Let Your Hair Down

It's been a long winter, and I'm ready to let my hair down.

I'll be doing just that the next few weeks as my walleye fishing schedule leads me to a variety of rivers and lakes around the Midwest. Any day this time of year is a good hair day.

Hair jigs are magic for walleyes. That includes anything that resembles hair, from craft fur and bucktail to a poodle dyed chartreuse (yes, I have heard of someone who actually did that). It's one of my favorites ways to catch walleyes because I get to decide how the jig looks and how it acts underwater. And, there's nothing better than the distinct thump you feel when a walleye sucks in a jig.

There are a number of reasons why hair jigs work whether you bounce them vertically, pitch them, drag them or swim them. Obviously, they are shaped like many of the baitfish that walleyes eat, but that can be said about a number of lures. What separates hair jigs is the thin tail that undulates so seductively in the water and the fact they hold air and create bubbles as they move through the water.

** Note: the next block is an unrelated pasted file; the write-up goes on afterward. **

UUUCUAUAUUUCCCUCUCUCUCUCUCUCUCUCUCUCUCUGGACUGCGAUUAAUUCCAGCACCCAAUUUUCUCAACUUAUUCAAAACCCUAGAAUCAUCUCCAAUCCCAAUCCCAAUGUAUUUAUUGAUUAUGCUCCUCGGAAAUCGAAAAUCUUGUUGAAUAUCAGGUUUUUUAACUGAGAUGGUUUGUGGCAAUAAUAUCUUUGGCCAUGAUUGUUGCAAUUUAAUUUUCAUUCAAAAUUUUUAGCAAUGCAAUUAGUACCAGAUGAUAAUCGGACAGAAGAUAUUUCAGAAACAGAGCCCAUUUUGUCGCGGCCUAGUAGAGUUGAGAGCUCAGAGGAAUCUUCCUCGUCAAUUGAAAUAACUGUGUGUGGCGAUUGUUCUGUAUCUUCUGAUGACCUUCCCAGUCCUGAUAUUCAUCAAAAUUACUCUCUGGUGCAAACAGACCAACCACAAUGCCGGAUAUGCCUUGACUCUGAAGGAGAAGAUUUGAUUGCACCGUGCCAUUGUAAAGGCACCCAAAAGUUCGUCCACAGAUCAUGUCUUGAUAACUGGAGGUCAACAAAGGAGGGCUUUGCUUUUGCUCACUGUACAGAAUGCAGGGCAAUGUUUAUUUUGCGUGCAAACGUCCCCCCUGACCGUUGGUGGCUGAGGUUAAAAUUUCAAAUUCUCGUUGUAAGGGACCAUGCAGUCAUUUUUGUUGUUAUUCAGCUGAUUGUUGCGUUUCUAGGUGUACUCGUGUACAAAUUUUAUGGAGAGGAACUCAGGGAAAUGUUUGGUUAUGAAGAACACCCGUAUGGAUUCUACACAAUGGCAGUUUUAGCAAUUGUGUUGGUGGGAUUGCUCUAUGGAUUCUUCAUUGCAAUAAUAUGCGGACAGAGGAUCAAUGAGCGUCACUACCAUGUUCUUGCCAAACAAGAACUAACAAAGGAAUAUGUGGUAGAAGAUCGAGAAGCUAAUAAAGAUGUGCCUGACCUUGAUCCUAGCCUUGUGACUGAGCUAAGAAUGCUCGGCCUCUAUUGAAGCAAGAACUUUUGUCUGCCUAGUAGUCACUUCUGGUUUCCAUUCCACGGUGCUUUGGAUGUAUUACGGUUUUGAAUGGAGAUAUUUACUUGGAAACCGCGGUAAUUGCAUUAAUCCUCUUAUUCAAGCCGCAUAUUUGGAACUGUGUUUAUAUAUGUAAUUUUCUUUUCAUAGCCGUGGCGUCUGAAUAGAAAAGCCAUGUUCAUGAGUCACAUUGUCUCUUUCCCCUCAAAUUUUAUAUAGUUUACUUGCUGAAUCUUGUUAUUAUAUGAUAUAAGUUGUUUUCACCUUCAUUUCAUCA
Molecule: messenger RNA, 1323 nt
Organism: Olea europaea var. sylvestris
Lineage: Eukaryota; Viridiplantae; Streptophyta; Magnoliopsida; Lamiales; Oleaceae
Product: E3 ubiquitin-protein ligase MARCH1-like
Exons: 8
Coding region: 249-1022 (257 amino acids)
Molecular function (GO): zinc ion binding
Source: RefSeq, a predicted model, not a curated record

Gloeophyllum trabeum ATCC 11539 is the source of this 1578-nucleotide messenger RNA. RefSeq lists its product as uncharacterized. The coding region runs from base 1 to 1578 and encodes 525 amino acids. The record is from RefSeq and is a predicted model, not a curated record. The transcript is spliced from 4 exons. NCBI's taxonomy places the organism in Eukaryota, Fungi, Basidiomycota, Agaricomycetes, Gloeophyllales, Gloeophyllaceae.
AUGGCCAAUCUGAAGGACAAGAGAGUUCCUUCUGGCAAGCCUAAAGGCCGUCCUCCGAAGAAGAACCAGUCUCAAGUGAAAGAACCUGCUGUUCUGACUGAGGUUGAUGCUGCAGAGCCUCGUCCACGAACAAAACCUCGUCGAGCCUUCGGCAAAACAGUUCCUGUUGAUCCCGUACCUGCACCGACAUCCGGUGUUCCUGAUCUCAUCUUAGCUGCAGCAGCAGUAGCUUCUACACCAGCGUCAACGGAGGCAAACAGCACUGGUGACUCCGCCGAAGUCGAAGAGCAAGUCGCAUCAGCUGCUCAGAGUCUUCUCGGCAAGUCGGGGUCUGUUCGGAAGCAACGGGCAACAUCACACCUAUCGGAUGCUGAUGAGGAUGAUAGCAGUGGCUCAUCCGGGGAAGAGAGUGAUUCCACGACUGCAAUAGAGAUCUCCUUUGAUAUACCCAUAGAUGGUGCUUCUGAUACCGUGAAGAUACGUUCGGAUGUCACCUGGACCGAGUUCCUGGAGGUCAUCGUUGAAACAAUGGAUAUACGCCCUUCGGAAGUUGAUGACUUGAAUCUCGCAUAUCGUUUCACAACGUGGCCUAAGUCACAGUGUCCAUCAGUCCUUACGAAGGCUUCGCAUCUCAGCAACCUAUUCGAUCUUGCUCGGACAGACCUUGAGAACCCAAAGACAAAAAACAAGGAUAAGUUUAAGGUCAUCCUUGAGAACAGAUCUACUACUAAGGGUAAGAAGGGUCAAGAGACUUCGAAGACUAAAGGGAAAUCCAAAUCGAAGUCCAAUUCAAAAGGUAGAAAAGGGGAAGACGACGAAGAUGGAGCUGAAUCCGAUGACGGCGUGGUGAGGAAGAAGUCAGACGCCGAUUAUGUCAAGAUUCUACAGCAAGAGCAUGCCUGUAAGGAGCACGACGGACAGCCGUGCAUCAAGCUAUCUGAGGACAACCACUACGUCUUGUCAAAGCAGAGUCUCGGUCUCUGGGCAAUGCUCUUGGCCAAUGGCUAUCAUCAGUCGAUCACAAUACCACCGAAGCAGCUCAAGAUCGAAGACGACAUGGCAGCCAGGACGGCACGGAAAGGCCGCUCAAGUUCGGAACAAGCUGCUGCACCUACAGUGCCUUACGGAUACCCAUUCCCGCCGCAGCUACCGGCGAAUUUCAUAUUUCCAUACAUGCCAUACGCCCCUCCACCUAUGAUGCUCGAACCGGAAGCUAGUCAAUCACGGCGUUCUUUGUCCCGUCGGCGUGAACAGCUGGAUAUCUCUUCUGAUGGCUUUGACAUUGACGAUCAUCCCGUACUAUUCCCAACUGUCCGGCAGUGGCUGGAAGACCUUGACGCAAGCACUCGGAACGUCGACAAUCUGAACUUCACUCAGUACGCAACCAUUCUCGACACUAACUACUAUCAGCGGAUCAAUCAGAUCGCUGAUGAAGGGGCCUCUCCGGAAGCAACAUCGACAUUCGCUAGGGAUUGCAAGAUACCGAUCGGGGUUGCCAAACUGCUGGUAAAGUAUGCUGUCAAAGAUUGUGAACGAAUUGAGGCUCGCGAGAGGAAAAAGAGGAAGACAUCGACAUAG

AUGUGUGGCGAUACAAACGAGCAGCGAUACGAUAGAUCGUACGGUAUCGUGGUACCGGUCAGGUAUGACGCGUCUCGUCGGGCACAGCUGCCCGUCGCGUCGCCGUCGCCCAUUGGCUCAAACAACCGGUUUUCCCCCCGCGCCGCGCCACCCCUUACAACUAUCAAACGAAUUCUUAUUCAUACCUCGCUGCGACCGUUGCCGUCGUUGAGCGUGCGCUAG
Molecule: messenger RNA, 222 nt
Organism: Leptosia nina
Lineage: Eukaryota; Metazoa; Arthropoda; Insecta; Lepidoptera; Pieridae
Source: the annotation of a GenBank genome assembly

Hair jigs also absorb and hold scent and that can be a huge advantage in the murky, cold-water situations that come with spring. Berkley (has developed some top-shelf attractants that have served me well, including PowerBait Walleye scent and Gulp! Alive! sprays ranging from minnow to shad, nightcrawler and crawfish, depending on the time of the year.

Sometimes, I tip my jigs with big fatheads or shiners when that's what the walleyes seem to want, but just as often they will respond aggressively to a plain hair jig when it's centered to hang horizontally in the water and presented with action that looks natural to the fish. One other advantage I find with hair jigs is that the buoyancy created by craft fur or bucktail allows me to fish a slightly heavier jig in current situations and still make it look good to the walleyes.

There's also something to be said for catching fish on something you created. I make a fair share of my own jigs using Do-It Corporation molds and components, but I also rely heavily on the quality products made by Hutch Tackle.

Let your hair down. Things just might get pretty hairy in the boat!

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